Anna Germundsson

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Pandemic (H1N1) 2009 influenza A virus was detected in Norwegian pigs in October 2009. Until then, Norway was regarded free of swine influenza. Intensified screening revealed 91 positive herds within three months. The virus was rapidly transmitted to the susceptible population, including closed breeding herds with high biosecurity. Humans were important for(More)
The prevalence of influenza A virus infection, and the distribution of different subtypes of the virus, were studied in 1529 ducks and 1213 gulls shot during ordinary hunting from August to December in two consecutive years, 2006 and 2007, in Norway. The study was based on molecular screening of cloacal and tracheal swabs, using a pan-influenza A RT-PCR.(More)
The Norwegian pig population has been free from influenza viruses until 2009. The pandemic influenza outbreak during the autumn 2009 provided an opportunity to study the clinical impact of this infection in an entirely naïve pig population. This paper describes the results of a case-control study on the clinical impact of pandemic influenza (H1N1) 2009(More)
The epidemiology of avian influenza viruses (AIVs) in gulls is only partially known. The role of the world's most numerous gull species, the black-legged kittiwake (Rissa tridactyla), as a potential AIV reservoir species has been unclear. The prevalence of AIV and humoral response against AIV were therefore studied in a colony of apparently healthy(More)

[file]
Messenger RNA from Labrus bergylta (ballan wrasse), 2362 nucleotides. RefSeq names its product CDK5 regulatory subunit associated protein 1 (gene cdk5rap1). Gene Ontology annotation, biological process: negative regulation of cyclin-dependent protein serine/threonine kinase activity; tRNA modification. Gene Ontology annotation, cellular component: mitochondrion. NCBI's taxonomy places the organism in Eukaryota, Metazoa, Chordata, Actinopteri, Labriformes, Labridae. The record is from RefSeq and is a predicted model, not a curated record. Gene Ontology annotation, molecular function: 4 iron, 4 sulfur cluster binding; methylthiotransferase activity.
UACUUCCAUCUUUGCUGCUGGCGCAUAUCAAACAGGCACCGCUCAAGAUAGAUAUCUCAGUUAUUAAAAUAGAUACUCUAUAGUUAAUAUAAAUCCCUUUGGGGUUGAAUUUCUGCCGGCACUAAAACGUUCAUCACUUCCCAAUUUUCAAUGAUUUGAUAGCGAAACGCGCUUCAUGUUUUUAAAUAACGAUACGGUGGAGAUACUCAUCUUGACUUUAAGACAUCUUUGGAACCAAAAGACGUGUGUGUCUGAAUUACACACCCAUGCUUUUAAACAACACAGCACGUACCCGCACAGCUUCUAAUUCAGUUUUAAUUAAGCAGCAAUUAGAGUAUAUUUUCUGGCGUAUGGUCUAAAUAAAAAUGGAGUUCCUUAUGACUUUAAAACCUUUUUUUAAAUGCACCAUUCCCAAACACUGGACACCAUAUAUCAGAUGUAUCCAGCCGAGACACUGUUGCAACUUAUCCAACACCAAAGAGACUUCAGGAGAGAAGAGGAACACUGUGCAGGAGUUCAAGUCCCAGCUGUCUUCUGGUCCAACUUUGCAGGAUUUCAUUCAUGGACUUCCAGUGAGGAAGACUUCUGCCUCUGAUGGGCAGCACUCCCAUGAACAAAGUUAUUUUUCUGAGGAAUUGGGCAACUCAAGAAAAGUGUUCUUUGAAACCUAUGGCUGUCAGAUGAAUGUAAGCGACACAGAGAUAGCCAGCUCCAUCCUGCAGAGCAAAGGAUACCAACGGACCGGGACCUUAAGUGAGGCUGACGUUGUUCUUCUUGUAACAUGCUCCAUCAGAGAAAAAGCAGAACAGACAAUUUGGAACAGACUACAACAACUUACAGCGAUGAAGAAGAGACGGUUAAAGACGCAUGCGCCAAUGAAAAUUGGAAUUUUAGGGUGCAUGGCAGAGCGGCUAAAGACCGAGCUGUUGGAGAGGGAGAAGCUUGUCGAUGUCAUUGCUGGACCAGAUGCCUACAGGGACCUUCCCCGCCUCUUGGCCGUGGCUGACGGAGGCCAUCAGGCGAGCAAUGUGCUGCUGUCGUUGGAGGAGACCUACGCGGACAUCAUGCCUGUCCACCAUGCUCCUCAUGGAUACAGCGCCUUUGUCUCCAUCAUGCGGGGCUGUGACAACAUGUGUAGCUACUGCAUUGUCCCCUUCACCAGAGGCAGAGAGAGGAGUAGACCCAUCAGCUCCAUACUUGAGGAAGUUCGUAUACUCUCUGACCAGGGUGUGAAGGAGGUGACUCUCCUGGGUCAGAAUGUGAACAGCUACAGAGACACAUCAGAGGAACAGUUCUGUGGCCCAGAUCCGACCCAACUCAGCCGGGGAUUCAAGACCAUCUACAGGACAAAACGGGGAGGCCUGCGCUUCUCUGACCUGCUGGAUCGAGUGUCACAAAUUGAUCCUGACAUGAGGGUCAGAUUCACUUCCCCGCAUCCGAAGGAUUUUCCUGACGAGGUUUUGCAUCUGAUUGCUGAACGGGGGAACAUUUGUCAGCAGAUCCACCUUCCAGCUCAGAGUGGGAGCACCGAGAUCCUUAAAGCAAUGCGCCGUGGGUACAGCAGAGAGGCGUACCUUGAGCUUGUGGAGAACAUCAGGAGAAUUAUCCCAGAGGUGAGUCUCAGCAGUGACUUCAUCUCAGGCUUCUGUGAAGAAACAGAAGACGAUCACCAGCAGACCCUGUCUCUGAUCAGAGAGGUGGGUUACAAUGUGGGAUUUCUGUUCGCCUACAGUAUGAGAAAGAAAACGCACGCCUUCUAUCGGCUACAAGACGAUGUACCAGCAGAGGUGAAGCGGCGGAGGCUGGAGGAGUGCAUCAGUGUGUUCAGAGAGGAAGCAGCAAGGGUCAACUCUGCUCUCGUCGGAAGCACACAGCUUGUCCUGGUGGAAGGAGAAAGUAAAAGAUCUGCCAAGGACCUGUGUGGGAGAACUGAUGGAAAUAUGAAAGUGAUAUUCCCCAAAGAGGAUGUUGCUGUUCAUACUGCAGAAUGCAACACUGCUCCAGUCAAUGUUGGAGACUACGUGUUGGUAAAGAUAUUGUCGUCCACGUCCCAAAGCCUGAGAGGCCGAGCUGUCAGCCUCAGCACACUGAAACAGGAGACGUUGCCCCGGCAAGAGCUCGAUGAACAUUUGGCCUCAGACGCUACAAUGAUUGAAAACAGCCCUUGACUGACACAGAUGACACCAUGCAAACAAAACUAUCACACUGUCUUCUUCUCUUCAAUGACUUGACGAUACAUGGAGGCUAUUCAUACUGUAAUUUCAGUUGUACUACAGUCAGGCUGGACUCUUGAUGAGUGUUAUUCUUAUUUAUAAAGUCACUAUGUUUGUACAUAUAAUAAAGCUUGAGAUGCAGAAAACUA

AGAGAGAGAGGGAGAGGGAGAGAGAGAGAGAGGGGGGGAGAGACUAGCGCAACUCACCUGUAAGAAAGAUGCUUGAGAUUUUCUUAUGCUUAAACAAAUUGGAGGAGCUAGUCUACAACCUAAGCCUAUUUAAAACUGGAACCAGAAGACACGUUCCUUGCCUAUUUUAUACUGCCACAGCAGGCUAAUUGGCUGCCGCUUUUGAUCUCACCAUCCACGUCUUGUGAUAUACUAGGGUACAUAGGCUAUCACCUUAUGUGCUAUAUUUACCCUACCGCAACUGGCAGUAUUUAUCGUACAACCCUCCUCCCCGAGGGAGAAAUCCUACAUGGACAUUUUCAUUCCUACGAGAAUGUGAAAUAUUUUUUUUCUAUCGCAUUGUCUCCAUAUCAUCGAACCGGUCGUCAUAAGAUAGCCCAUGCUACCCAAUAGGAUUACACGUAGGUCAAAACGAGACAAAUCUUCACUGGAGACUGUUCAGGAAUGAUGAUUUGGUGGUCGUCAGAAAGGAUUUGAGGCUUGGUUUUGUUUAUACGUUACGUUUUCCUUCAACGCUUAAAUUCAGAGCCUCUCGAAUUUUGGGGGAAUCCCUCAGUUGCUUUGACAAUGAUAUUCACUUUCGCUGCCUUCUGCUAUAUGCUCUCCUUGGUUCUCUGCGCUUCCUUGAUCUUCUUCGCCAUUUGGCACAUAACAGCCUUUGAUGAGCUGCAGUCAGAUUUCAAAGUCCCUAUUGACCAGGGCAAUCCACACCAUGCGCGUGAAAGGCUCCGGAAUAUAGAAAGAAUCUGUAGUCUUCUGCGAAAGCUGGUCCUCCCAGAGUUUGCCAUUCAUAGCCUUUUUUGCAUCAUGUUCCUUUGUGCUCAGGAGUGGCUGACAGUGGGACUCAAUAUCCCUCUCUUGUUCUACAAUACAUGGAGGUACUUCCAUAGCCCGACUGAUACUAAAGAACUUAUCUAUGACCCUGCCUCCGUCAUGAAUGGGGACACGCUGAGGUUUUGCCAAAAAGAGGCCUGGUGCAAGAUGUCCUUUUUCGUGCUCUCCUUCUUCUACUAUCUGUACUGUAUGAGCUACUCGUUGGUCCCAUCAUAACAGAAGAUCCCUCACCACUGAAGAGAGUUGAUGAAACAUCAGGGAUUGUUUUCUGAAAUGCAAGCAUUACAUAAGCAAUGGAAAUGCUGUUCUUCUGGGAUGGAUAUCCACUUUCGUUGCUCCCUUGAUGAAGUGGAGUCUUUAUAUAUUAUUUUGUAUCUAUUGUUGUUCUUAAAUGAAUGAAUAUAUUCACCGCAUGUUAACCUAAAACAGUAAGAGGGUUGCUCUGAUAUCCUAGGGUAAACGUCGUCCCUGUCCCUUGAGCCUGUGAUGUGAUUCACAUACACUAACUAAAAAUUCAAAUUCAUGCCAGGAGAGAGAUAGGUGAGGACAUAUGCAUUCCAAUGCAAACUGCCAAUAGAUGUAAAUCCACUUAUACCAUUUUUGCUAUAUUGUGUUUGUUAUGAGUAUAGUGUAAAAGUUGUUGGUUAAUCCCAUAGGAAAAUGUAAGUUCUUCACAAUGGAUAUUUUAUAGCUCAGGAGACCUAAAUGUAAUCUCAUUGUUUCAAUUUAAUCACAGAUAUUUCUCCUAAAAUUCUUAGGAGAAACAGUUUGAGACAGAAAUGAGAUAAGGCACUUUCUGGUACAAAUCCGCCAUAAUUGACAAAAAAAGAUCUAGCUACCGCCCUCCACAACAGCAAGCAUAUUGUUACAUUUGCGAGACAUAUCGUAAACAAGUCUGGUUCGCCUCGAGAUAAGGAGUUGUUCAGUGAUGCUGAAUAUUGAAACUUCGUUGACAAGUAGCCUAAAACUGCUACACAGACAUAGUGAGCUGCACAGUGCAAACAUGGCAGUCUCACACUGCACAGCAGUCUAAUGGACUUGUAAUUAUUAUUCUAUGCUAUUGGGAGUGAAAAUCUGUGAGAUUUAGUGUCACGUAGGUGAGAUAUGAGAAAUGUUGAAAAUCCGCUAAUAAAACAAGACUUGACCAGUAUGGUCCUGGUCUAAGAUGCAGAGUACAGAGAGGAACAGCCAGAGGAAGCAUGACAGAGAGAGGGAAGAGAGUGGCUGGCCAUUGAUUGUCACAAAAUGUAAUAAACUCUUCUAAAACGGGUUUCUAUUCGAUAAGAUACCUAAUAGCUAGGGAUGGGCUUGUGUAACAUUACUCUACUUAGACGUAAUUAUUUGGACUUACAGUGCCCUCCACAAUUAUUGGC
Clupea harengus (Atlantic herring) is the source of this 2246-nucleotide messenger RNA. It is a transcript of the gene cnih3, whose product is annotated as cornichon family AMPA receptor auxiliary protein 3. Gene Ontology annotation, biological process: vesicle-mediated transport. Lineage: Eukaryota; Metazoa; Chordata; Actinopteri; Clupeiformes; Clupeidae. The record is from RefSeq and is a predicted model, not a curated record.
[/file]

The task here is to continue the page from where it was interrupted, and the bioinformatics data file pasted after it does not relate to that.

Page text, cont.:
During recent years, extensive amounts of data have become available regarding influenza A virus (IAV) in wild birds in northern Europe, while information from southern Europe is more limited. Here, we present an IAV surveillance study conducted in western Portugal 2008-2009, analyzing 1653 samples from six different species of waterfowl, with the majority(More)
The Norwegian pig population was considered free from influenza A virus infections until the first case of porcine pandemic influenza A (H1N1) 2009 virus infection in October 2009. Human to pig transmission of virus was suspected. Unusual lung lesions were observed in fattening pigs, with red, lobular, multifocal to coalescing consolidation, most frequently(More)
Since the first appearance of the pandemic (H1N1) 2009 virus many efforts have been made to monitor the changes of the virus at molecular level with the aim to early detect mutations which could alter its pathogenicity. Some mutations have been observed more frequently in viruses that caused severe or fatal infections than in viruses involved in mild(More)
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